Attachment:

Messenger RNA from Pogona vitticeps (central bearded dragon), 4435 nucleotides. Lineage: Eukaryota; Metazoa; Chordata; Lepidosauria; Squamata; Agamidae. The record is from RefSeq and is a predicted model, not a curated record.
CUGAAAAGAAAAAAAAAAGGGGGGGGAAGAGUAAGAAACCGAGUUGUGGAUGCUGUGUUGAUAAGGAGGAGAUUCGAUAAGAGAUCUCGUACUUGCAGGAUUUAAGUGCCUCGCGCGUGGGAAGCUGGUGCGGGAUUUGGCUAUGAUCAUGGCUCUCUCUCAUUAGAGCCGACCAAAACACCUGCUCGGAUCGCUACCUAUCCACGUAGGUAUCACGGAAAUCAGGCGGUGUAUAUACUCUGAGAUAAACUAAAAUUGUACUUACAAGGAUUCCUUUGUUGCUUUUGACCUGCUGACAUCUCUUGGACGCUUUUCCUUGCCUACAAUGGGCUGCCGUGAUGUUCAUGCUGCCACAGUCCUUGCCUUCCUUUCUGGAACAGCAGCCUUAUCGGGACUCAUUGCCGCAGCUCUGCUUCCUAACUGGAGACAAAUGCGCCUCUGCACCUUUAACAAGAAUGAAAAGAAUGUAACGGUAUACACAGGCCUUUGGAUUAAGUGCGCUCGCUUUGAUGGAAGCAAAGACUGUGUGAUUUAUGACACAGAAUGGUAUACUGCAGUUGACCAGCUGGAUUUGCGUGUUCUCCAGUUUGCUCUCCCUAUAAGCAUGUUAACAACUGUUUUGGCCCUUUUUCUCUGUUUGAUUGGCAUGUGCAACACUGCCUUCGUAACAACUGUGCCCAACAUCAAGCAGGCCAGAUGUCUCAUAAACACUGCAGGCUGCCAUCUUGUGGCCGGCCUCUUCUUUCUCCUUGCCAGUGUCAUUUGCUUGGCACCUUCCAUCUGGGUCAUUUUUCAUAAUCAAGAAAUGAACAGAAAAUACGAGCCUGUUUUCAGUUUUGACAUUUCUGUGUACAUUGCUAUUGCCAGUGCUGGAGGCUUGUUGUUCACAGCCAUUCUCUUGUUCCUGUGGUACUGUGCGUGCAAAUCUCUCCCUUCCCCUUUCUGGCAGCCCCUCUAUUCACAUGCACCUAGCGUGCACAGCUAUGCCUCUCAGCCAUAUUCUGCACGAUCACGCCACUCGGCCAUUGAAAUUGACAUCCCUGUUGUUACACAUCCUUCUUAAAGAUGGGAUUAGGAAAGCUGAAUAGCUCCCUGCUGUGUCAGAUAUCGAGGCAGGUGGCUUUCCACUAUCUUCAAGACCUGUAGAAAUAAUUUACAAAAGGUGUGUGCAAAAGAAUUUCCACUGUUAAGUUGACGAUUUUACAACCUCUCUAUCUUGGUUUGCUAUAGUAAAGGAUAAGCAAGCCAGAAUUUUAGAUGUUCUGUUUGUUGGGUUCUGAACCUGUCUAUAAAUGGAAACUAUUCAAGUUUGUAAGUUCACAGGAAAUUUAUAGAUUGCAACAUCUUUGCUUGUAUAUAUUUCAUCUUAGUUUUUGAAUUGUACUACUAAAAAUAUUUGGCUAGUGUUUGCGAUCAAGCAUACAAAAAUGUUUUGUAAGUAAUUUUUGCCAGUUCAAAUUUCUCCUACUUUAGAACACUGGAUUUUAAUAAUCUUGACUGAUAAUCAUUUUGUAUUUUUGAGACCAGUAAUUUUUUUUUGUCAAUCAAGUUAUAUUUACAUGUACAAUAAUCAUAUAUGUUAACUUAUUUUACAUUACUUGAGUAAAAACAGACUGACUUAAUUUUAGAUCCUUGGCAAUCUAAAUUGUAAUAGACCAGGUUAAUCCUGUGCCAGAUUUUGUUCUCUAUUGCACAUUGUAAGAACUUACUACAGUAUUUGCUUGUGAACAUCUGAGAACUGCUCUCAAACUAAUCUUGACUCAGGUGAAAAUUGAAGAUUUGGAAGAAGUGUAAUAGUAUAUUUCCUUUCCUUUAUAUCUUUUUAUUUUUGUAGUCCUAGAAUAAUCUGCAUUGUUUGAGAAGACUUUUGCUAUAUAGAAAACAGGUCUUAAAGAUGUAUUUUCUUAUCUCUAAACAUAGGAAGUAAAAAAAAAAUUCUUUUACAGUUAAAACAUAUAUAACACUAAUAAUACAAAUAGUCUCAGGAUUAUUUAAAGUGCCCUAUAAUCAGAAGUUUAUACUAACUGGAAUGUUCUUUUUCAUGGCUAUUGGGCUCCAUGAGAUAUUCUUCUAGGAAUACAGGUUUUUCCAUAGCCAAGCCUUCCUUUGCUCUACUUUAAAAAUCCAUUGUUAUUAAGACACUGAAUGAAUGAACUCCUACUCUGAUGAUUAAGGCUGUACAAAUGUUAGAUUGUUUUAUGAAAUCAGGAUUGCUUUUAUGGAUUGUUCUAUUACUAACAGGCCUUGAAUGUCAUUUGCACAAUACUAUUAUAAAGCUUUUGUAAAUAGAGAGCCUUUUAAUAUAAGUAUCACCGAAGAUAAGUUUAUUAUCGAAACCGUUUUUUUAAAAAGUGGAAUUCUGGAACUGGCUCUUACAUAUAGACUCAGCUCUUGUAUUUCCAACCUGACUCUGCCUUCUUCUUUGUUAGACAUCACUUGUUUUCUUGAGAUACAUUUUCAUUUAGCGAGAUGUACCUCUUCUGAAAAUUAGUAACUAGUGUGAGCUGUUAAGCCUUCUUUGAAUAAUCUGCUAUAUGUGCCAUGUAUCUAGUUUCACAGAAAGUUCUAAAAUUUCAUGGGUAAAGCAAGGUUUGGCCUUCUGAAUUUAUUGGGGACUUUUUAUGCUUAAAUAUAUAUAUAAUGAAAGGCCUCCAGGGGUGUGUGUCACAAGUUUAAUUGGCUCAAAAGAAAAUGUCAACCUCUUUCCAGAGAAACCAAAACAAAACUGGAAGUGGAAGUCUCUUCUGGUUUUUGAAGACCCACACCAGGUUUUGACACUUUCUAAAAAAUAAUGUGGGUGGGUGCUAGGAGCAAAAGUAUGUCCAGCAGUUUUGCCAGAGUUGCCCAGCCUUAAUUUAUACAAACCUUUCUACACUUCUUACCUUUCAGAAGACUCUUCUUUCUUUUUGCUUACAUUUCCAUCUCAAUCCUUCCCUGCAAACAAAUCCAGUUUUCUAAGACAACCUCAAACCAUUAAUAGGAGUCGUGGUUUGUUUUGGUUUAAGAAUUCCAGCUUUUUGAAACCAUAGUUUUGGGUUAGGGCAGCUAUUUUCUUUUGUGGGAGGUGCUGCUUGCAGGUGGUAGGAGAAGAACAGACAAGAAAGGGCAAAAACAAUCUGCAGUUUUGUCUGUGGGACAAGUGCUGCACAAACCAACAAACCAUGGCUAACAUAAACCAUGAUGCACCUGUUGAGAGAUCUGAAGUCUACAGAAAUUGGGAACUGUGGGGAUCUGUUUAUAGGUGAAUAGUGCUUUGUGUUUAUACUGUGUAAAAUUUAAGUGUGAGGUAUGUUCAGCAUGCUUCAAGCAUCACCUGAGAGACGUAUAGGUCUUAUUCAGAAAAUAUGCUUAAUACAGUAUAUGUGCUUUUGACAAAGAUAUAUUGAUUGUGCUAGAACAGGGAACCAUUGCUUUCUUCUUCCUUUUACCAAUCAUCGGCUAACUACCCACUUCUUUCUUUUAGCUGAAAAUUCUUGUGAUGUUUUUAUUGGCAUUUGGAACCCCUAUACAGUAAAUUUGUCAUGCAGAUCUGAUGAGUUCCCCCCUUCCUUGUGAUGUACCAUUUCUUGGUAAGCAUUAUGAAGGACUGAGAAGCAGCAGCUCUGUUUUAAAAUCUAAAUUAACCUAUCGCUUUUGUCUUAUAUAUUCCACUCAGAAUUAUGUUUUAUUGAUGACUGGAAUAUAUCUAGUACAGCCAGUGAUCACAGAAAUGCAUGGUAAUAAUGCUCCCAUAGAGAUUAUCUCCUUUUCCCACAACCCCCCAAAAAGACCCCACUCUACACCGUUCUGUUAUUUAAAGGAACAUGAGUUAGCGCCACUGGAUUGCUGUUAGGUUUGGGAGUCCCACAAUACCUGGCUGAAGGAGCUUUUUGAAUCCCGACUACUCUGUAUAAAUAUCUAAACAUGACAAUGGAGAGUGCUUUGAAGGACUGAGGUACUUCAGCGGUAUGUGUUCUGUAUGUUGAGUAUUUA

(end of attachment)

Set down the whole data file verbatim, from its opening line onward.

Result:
Messenger RNA from Pogona vitticeps (central bearded dragon), 4435 nucleotides. Lineage: Eukaryota; Metazoa; Chordata; Lepidosauria; Squamata; Agamidae. The record is from RefSeq and is a predicted model, not a curated record.
CUGAAAAGAAAAAAAAAAGGGGGGGGAAGAGUAAGAAACCGAGUUGUGGAUGCUGUGUUGAUAAGGAGGAGAUUCGAUAAGAGAUCUCGUACUUGCAGGAUUUAAGUGCCUCGCGCGUGGGAAGCUGGUGCGGGAUUUGGCUAUGAUCAUGGCUCUCUCUCAUUAGAGCCGACCAAAACACCUGCUCGGAUCGCUACCUAUCCACGUAGGUAUCACGGAAAUCAGGCGGUGUAUAUACUCUGAGAUAAACUAAAAUUGUACUUACAAGGAUUCCUUUGUUGCUUUUGACCUGCUGACAUCUCUUGGACGCUUUUCCUUGCCUACAAUGGGCUGCCGUGAUGUUCAUGCUGCCACAGUCCUUGCCUUCCUUUCUGGAACAGCAGCCUUAUCGGGACUCAUUGCCGCAGCUCUGCUUCCUAACUGGAGACAAAUGCGCCUCUGCACCUUUAACAAGAAUGAAAAGAAUGUAACGGUAUACACAGGCCUUUGGAUUAAGUGCGCUCGCUUUGAUGGAAGCAAAGACUGUGUGAUUUAUGACACAGAAUGGUAUACUGCAGUUGACCAGCUGGAUUUGCGUGUUCUCCAGUUUGCUCUCCCUAUAAGCAUGUUAACAACUGUUUUGGCCCUUUUUCUCUGUUUGAUUGGCAUGUGCAACACUGCCUUCGUAACAACUGUGCCCAACAUCAAGCAGGCCAGAUGUCUCAUAAACACUGCAGGCUGCCAUCUUGUGGCCGGCCUCUUCUUUCUCCUUGCCAGUGUCAUUUGCUUGGCACCUUCCAUCUGGGUCAUUUUUCAUAAUCAAGAAAUGAACAGAAAAUACGAGCCUGUUUUCAGUUUUGACAUUUCUGUGUACAUUGCUAUUGCCAGUGCUGGAGGCUUGUUGUUCACAGCCAUUCUCUUGUUCCUGUGGUACUGUGCGUGCAAAUCUCUCCCUUCCCCUUUCUGGCAGCCCCUCUAUUCACAUGCACCUAGCGUGCACAGCUAUGCCUCUCAGCCAUAUUCUGCACGAUCACGCCACUCGGCCAUUGAAAUUGACAUCCCUGUUGUUACACAUCCUUCUUAAAGAUGGGAUUAGGAAAGCUGAAUAGCUCCCUGCUGUGUCAGAUAUCGAGGCAGGUGGCUUUCCACUAUCUUCAAGACCUGUAGAAAUAAUUUACAAAAGGUGUGUGCAAAAGAAUUUCCACUGUUAAGUUGACGAUUUUACAACCUCUCUAUCUUGGUUUGCUAUAGUAAAGGAUAAGCAAGCCAGAAUUUUAGAUGUUCUGUUUGUUGGGUUCUGAACCUGUCUAUAAAUGGAAACUAUUCAAGUUUGUAAGUUCACAGGAAAUUUAUAGAUUGCAACAUCUUUGCUUGUAUAUAUUUCAUCUUAGUUUUUGAAUUGUACUACUAAAAAUAUUUGGCUAGUGUUUGCGAUCAAGCAUACAAAAAUGUUUUGUAAGUAAUUUUUGCCAGUUCAAAUUUCUCCUACUUUAGAACACUGGAUUUUAAUAAUCUUGACUGAUAAUCAUUUUGUAUUUUUGAGACCAGUAAUUUUUUUUUGUCAAUCAAGUUAUAUUUACAUGUACAAUAAUCAUAUAUGUUAACUUAUUUUACAUUACUUGAGUAAAAACAGACUGACUUAAUUUUAGAUCCUUGGCAAUCUAAAUUGUAAUAGACCAGGUUAAUCCUGUGCCAGAUUUUGUUCUCUAUUGCACAUUGUAAGAACUUACUACAGUAUUUGCUUGUGAACAUCUGAGAACUGCUCUCAAACUAAUCUUGACUCAGGUGAAAAUUGAAGAUUUGGAAGAAGUGUAAUAGUAUAUUUCCUUUCCUUUAUAUCUUUUUAUUUUUGUAGUCCUAGAAUAAUCUGCAUUGUUUGAGAAGACUUUUGCUAUAUAGAAAACAGGUCUUAAAGAUGUAUUUUCUUAUCUCUAAACAUAGGAAGUAAAAAAAAAAUUCUUUUACAGUUAAAACAUAUAUAACACUAAUAAUACAAAUAGUCUCAGGAUUAUUUAAAGUGCCCUAUAAUCAGAAGUUUAUACUAACUGGAAUGUUCUUUUUCAUGGCUAUUGGGCUCCAUGAGAUAUUCUUCUAGGAAUACAGGUUUUUCCAUAGCCAAGCCUUCCUUUGCUCUACUUUAAAAAUCCAUUGUUAUUAAGACACUGAAUGAAUGAACUCCUACUCUGAUGAUUAAGGCUGUACAAAUGUUAGAUUGUUUUAUGAAAUCAGGAUUGCUUUUAUGGAUUGUUCUAUUACUAACAGGCCUUGAAUGUCAUUUGCACAAUACUAUUAUAAAGCUUUUGUAAAUAGAGAGCCUUUUAAUAUAAGUAUCACCGAAGAUAAGUUUAUUAUCGAAACCGUUUUUUUAAAAAGUGGAAUUCUGGAACUGGCUCUUACAUAUAGACUCAGCUCUUGUAUUUCCAACCUGACUCUGCCUUCUUCUUUGUUAGACAUCACUUGUUUUCUUGAGAUACAUUUUCAUUUAGCGAGAUGUACCUCUUCUGAAAAUUAGUAACUAGUGUGAGCUGUUAAGCCUUCUUUGAAUAAUCUGCUAUAUGUGCCAUGUAUCUAGUUUCACAGAAAGUUCUAAAAUUUCAUGGGUAAAGCAAGGUUUGGCCUUCUGAAUUUAUUGGGGACUUUUUAUGCUUAAAUAUAUAUAUAAUGAAAGGCCUCCAGGGGUGUGUGUCACAAGUUUAAUUGGCUCAAAAGAAAAUGUCAACCUCUUUCCAGAGAAACCAAAACAAAACUGGAAGUGGAAGUCUCUUCUGGUUUUUGAAGACCCACACCAGGUUUUGACACUUUCUAAAAAAUAAUGUGGGUGGGUGCUAGGAGCAAAAGUAUGUCCAGCAGUUUUGCCAGAGUUGCCCAGCCUUAAUUUAUACAAACCUUUCUACACUUCUUACCUUUCAGAAGACUCUUCUUUCUUUUUGCUUACAUUUCCAUCUCAAUCCUUCCCUGCAAACAAAUCCAGUUUUCUAAGACAACCUCAAACCAUUAAUAGGAGUCGUGGUUUGUUUUGGUUUAAGAAUUCCAGCUUUUUGAAACCAUAGUUUUGGGUUAGGGCAGCUAUUUUCUUUUGUGGGAGGUGCUGCUUGCAGGUGGUAGGAGAAGAACAGACAAGAAAGGGCAAAAACAAUCUGCAGUUUUGUCUGUGGGACAAGUGCUGCACAAACCAACAAACCAUGGCUAACAUAAACCAUGAUGCACCUGUUGAGAGAUCUGAAGUCUACAGAAAUUGGGAACUGUGGGGAUCUGUUUAUAGGUGAAUAGUGCUUUGUGUUUAUACUGUGUAAAAUUUAAGUGUGAGGUAUGUUCAGCAUGCUUCAAGCAUCACCUGAGAGACGUAUAGGUCUUAUUCAGAAAAUAUGCUUAAUACAGUAUAUGUGCUUUUGACAAAGAUAUAUUGAUUGUGCUAGAACAGGGAACCAUUGCUUUCUUCUUCCUUUUACCAAUCAUCGGCUAACUACCCACUUCUUUCUUUUAGCUGAAAAUUCUUGUGAUGUUUUUAUUGGCAUUUGGAACCCCUAUACAGUAAAUUUGUCAUGCAGAUCUGAUGAGUUCCCCCCUUCCUUGUGAUGUACCAUUUCUUGGUAAGCAUUAUGAAGGACUGAGAAGCAGCAGCUCUGUUUUAAAAUCUAAAUUAACCUAUCGCUUUUGUCUUAUAUAUUCCACUCAGAAUUAUGUUUUAUUGAUGACUGGAAUAUAUCUAGUACAGCCAGUGAUCACAGAAAUGCAUGGUAAUAAUGCUCCCAUAGAGAUUAUCUCCUUUUCCCACAACCCCCCAAAAAGACCCCACUCUACACCGUUCUGUUAUUUAAAGGAACAUGAGUUAGCGCCACUGGAUUGCUGUUAGGUUUGGGAGUCCCACAAUACCUGGCUGAAGGAGCUUUUUGAAUCCCGACUACUCUGUAUAAAUAUCUAAACAUGACAAUGGAGAGUGCUUUGAAGGACUGAGGUACUUCAGCGGUAUGUGUUCUGUAUGUUGAGUAUUUA